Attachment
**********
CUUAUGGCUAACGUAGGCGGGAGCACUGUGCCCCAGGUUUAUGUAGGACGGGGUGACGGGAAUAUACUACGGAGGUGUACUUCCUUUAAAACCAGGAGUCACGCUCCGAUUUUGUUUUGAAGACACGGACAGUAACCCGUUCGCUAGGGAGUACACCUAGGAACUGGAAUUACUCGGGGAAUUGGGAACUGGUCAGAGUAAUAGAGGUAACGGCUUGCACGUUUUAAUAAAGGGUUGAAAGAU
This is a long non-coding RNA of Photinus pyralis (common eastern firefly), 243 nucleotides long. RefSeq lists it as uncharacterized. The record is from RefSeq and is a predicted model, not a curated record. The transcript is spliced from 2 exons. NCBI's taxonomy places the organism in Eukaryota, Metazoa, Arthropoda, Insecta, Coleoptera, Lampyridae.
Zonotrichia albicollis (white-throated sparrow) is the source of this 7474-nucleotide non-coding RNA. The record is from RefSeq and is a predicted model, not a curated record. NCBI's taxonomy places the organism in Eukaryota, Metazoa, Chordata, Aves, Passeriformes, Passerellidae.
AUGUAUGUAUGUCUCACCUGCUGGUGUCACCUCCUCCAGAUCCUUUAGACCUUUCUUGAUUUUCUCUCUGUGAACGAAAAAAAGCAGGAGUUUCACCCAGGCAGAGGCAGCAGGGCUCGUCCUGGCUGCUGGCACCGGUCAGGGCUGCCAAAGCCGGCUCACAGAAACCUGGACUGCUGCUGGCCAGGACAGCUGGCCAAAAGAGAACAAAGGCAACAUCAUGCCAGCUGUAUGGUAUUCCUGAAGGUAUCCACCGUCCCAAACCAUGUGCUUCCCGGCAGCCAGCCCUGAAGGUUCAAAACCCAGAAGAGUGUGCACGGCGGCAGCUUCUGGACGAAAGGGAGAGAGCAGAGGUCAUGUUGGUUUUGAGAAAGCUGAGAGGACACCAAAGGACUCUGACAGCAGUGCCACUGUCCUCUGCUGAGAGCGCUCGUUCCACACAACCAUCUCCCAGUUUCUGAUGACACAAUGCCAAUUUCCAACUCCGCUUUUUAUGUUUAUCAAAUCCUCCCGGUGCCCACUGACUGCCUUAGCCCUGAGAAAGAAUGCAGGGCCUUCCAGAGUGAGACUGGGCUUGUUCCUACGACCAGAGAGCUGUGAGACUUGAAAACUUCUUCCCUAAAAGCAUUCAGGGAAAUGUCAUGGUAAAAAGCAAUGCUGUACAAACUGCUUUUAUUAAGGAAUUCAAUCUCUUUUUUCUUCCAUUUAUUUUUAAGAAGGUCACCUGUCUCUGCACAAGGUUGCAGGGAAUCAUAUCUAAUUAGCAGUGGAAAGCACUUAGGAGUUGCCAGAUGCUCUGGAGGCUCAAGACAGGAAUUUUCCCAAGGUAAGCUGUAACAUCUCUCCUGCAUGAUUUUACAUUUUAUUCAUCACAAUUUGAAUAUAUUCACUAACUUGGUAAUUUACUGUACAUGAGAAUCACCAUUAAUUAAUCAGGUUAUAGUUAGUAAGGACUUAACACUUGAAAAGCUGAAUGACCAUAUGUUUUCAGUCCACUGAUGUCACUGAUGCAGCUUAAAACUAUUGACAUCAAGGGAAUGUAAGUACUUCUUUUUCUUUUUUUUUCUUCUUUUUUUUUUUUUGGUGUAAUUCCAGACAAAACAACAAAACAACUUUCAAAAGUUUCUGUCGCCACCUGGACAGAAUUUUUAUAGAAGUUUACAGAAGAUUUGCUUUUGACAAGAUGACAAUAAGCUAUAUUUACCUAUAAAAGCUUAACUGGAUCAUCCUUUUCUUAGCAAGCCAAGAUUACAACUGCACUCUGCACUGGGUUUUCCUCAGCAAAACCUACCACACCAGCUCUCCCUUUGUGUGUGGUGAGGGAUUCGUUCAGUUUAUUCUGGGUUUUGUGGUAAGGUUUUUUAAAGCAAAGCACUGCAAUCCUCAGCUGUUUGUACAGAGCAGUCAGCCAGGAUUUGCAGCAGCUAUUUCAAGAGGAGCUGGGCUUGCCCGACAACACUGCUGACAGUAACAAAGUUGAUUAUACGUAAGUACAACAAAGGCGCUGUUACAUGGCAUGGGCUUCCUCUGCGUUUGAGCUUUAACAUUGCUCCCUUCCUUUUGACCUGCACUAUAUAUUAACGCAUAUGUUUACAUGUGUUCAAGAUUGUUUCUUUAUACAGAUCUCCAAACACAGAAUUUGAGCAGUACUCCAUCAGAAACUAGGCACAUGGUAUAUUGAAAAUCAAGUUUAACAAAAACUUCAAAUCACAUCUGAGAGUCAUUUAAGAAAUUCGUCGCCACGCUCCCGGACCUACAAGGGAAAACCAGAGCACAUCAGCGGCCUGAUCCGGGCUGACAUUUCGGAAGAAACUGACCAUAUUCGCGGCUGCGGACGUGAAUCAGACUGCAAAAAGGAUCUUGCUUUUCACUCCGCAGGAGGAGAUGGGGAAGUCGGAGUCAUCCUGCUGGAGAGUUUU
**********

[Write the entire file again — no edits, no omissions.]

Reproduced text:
CUUAUGGCUAACGUAGGCGGGAGCACUGUGCCCCAGGUUUAUGUAGGACGGGGUGACGGGAAUAUACUACGGAGGUGUACUUCCUUUAAAACCAGGAGUCACGCUCCGAUUUUGUUUUGAAGACACGGACAGUAACCCGUUCGCUAGGGAGUACACCUAGGAACUGGAAUUACUCGGGGAAUUGGGAACUGGUCAGAGUAAUAGAGGUAACGGCUUGCACGUUUUAAUAAAGGGUUGAAAGAU
This is a long non-coding RNA of Photinus pyralis (common eastern firefly), 243 nucleotides long. RefSeq lists it as uncharacterized. The record is from RefSeq and is a predicted model, not a curated record. The transcript is spliced from 2 exons. NCBI's taxonomy places the organism in Eukaryota, Metazoa, Arthropoda, Insecta, Coleoptera, Lampyridae.
Zonotrichia albicollis (white-throated sparrow) is the source of this 7474-nucleotide non-coding RNA. The record is from RefSeq and is a predicted model, not a curated record. NCBI's taxonomy places the organism in Eukaryota, Metazoa, Chordata, Aves, Passeriformes, Passerellidae.
AUGUAUGUAUGUCUCACCUGCUGGUGUCACCUCCUCCAGAUCCUUUAGACCUUUCUUGAUUUUCUCUCUGUGAACGAAAAAAAGCAGGAGUUUCACCCAGGCAGAGGCAGCAGGGCUCGUCCUGGCUGCUGGCACCGGUCAGGGCUGCCAAAGCCGGCUCACAGAAACCUGGACUGCUGCUGGCCAGGACAGCUGGCCAAAAGAGAACAAAGGCAACAUCAUGCCAGCUGUAUGGUAUUCCUGAAGGUAUCCACCGUCCCAAACCAUGUGCUUCCCGGCAGCCAGCCCUGAAGGUUCAAAACCCAGAAGAGUGUGCACGGCGGCAGCUUCUGGACGAAAGGGAGAGAGCAGAGGUCAUGUUGGUUUUGAGAAAGCUGAGAGGACACCAAAGGACUCUGACAGCAGUGCCACUGUCCUCUGCUGAGAGCGCUCGUUCCACACAACCAUCUCCCAGUUUCUGAUGACACAAUGCCAAUUUCCAACUCCGCUUUUUAUGUUUAUCAAAUCCUCCCGGUGCCCACUGACUGCCUUAGCCCUGAGAAAGAAUGCAGGGCCUUCCAGAGUGAGACUGGGCUUGUUCCUACGACCAGAGAGCUGUGAGACUUGAAAACUUCUUCCCUAAAAGCAUUCAGGGAAAUGUCAUGGUAAAAAGCAAUGCUGUACAAACUGCUUUUAUUAAGGAAUUCAAUCUCUUUUUUCUUCCAUUUAUUUUUAAGAAGGUCACCUGUCUCUGCACAAGGUUGCAGGGAAUCAUAUCUAAUUAGCAGUGGAAAGCACUUAGGAGUUGCCAGAUGCUCUGGAGGCUCAAGACAGGAAUUUUCCCAAGGUAAGCUGUAACAUCUCUCCUGCAUGAUUUUACAUUUUAUUCAUCACAAUUUGAAUAUAUUCACUAACUUGGUAAUUUACUGUACAUGAGAAUCACCAUUAAUUAAUCAGGUUAUAGUUAGUAAGGACUUAACACUUGAAAAGCUGAAUGACCAUAUGUUUUCAGUCCACUGAUGUCACUGAUGCAGCUUAAAACUAUUGACAUCAAGGGAAUGUAAGUACUUCUUUUUCUUUUUUUUUCUUCUUUUUUUUUUUUUGGUGUAAUUCCAGACAAAACAACAAAACAACUUUCAAAAGUUUCUGUCGCCACCUGGACAGAAUUUUUAUAGAAGUUUACAGAAGAUUUGCUUUUGACAAGAUGACAAUAAGCUAUAUUUACCUAUAAAAGCUUAACUGGAUCAUCCUUUUCUUAGCAAGCCAAGAUUACAACUGCACUCUGCACUGGGUUUUCCUCAGCAAAACCUACCACACCAGCUCUCCCUUUGUGUGUGGUGAGGGAUUCGUUCAGUUUAUUCUGGGUUUUGUGGUAAGGUUUUUUAAAGCAAAGCACUGCAAUCCUCAGCUGUUUGUACAGAGCAGUCAGCCAGGAUUUGCAGCAGCUAUUUCAAGAGGAGCUGGGCUUGCCCGACAACACUGCUGACAGUAACAAAGUUGAUUAUACGUAAGUACAACAAAGGCGCUGUUACAUGGCAUGGGCUUCCUCUGCGUUUGAGCUUUAACAUUGCUCCCUUCCUUUUGACCUGCACUAUAUAUUAACGCAUAUGUUUACAUGUGUUCAAGAUUGUUUCUUUAUACAGAUCUCCAAACACAGAAUUUGAGCAGUACUCCAUCAGAAACUAGGCACAUGGUAUAUUGAAAAUCAAGUUUAACAAAAACUUCAAAUCACAUCUGAGAGUCAUUUAAGAAAUUCGUCGCCACGCUCCCGGACCUACAAGGGAAAACCAGAGCACAUCAGCGGCCUGAUCCGGGCUGACAUUUCGGAAGAAACUGACCAUAUUCGCGGCUGCGGACGUGAAUCAGACUGCAAAAAGGAUCUUGCUUUUCACUCCGCAGGAGGAGAUGGGGAAGUCGGAGUCAUCCUGCUGGAGAGUUUU